Trees for Life Journal is a forum for a wide range of people to share their knowledge and experiences related to beneficial trees and plants. We will consider articles and manuscripts of any length, and on any relevant topic.
The writing should be concise and accessible to a broad spectrum of readers. Please avoid technical jargon so that the article is understandable for readers who are not specialists or whose native language is not English. Authors are encouraged to use their own voice, while also striving to make their writing easily understood.
While we accept and even encourage people around the world to submit writings, at this time we can only accept articles in English. If your native language is not English and you would like to submit an article, please seek a source for translation of your article, and contact us for more information.
The Trees for Life Journal does not impose strict requirements for the structure of manuscripts. However, we suggest use of the following sections as a way to organize information: title, authors, affiliations, abstract, introduction, methods, results, discussion, references, acknowledgments, and legends for illustrations. Use of these sections will help keep articles consistent and make it easier for readers to find specific information within an article. We realize this structure may not be best for all articles, so feel free to adapt it as necessary.
The title should clearly state the subject of the study, and also be brief and concise. If the study was controlled, randomized or double-blind, include that in the title.
Authors and Affiliations
Provide the names and affiliations of everyone who helped write the article. Include relevant information like titles, workplace or organization, city, state/province and country. If there is more than one author, please indicate one as the "corresponding author."
An abstract is a brief overview of the article. It mentions the techniques used in the study, but does not go into detail about them. It should summarize the background of the study, the methodology used, the main results, and the conclusions and significance of the study.
The introduction should provide a background for the study and how it fits into a larger context. Keep in mind that it should be understandable for people who are not familiar with the subject area. Also, state the overall aim of your experiments, and whether or not that aim was accomplished.
Describe the methodology used for your study. Give enough detail so that someone else could reproduce your study and your findings. Include a description of how you went about selecting subjects for your study.
In the results section, give all of the findings of the study-both positive and negative. If you include statistical data as part of the results, use graphs where possible instead of tables of figures, as they are more easily understood by the general reader.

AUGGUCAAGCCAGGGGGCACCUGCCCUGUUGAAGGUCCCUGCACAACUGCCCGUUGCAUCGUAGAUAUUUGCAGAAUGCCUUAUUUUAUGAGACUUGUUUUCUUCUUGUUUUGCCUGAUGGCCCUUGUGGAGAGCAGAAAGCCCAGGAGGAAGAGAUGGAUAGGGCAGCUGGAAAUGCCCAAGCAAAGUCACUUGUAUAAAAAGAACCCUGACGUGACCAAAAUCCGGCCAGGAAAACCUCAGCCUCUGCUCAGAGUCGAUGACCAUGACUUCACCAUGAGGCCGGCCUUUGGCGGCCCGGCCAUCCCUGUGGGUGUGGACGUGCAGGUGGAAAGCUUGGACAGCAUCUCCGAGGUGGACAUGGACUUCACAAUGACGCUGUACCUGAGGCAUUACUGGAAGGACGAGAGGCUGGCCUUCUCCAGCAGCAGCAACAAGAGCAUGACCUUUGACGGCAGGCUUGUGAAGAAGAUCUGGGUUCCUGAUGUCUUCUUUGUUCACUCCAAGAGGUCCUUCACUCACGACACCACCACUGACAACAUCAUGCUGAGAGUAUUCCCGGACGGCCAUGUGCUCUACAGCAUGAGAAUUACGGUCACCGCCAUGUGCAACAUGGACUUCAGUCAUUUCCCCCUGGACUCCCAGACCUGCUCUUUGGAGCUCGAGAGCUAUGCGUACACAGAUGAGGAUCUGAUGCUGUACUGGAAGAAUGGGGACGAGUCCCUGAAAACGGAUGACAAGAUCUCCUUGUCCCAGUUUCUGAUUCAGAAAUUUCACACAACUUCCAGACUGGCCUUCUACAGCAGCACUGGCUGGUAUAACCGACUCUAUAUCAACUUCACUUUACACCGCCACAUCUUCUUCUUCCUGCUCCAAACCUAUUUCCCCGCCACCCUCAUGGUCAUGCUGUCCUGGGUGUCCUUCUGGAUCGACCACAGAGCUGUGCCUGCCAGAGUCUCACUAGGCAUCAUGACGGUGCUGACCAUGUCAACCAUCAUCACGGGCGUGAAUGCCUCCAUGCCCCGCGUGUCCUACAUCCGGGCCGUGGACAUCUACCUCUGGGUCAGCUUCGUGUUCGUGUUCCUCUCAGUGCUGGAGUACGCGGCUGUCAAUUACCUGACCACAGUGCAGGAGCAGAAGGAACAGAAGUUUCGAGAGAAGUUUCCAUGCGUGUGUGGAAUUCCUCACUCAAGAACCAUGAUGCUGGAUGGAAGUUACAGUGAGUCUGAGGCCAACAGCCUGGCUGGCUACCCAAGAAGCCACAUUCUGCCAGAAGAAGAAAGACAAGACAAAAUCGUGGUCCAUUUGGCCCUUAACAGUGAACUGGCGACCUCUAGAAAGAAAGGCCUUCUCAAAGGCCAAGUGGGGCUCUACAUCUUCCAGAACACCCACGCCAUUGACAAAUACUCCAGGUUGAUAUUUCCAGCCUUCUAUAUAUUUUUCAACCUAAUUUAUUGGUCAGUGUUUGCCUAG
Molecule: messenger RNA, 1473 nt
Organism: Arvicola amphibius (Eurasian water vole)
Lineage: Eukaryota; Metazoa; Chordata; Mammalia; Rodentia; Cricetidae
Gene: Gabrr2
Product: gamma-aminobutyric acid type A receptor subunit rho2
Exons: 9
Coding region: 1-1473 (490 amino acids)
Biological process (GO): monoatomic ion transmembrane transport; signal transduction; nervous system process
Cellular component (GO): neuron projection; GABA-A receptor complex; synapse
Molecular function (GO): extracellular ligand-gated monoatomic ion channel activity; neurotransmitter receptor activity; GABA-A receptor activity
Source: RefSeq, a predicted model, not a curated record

In the discussion section, summarize the major conclusions of the study. Then share your thoughts about the significance of these conclusions. Include any ideas for future studies that could be done to build on these conclusions. Also include a statement about the limitations of the study.
If you have referred to other published works in your article, include a list of references. List and number the references in the order that they appear in the article. Within the text of the article, references should be cited by giving the reference number in parentheses.
Please organize your references according to the following example:
Barminas JT, M Charles, et al. (1998) Mineral composition of non-conventional leafy vegetables. Plant Foods for Human Nutrition Dordrecht 53(1): 29-36.
Articles available online may include the URL:
Jahn SA, HA Musnad and H Burgstaller (1986) Tree that purifies water: Cultivating multipurpose Moringaceae in the Sudan. Unasylva 38(152): 23-28. http://www.fao.org/
For further examples, see the references in these articles already published in the Trees for Life Journal:
Note: Because Trees for Life Journal is intended for lay people as well as scientists, please give the full titles of journals, rather than abbreviated titles as are often used in other publications.
Acknowledge any people who made significant contributions to the study but are not authors. Also give information about sources of funding and their involvement in the study.
Legends for Illustrations
For every illustration (figure, photograph, etc.) included with your article, provide a written legend which briefly explains the illustration. Be sure to number the legends and illustrations, or otherwise make clear which legend goes with which illustration.
Trees for Life Journal